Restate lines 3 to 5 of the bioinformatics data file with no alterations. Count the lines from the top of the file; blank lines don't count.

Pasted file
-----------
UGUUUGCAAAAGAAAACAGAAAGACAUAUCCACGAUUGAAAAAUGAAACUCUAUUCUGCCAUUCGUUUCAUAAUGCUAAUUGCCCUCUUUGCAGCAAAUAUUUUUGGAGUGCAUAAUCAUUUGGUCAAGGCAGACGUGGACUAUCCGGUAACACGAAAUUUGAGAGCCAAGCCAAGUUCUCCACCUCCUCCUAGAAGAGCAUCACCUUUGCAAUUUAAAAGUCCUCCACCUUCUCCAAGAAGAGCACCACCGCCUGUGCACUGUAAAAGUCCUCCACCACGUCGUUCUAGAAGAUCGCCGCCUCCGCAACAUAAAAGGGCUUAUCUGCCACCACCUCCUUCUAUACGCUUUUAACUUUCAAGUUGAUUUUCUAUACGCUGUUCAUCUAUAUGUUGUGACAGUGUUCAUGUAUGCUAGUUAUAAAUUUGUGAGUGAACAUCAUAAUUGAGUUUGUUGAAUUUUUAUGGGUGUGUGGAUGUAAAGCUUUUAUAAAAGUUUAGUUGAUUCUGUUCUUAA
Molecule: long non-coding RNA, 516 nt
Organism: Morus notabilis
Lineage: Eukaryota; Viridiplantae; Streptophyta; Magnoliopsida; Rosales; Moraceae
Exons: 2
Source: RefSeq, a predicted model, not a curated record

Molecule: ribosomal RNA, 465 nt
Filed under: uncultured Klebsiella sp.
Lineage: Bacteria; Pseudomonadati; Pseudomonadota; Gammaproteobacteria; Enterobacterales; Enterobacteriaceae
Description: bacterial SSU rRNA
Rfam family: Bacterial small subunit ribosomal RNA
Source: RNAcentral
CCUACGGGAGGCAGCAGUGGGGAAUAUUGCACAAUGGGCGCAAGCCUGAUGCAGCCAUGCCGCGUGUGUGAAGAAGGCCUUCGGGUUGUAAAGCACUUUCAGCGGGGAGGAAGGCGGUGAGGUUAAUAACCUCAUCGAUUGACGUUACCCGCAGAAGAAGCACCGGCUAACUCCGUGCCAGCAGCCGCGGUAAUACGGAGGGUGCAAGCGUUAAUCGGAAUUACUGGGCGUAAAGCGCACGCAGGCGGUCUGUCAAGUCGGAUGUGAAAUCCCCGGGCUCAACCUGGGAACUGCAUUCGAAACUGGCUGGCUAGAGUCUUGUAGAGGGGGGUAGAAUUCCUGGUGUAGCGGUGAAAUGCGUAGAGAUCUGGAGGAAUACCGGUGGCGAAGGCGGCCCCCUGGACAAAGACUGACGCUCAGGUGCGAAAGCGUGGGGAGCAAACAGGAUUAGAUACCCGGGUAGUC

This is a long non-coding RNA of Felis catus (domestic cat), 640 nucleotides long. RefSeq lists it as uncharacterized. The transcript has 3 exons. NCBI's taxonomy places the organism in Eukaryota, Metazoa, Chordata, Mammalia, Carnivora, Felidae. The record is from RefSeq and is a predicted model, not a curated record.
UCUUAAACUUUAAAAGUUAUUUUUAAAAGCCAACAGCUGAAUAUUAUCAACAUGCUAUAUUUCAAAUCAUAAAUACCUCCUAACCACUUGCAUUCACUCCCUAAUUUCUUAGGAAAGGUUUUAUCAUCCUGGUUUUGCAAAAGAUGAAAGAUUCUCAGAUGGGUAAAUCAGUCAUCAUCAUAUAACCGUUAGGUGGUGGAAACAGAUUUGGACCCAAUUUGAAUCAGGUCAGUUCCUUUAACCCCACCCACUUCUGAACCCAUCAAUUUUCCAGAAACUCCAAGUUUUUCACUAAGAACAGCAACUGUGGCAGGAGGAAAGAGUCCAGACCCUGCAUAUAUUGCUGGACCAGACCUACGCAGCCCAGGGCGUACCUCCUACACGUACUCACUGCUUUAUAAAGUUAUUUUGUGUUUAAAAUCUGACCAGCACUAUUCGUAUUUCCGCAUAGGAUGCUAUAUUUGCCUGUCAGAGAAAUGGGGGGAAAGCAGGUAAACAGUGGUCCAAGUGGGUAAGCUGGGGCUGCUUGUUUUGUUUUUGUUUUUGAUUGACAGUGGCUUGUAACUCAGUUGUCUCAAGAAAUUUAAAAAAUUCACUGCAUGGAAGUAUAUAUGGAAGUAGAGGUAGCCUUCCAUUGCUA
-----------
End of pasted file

Organism: Morus notabilis
Lineage: Eukaryota; Viridiplantae; Streptophyta; Magnoliopsida; Rosales; Moraceae
Exons: 2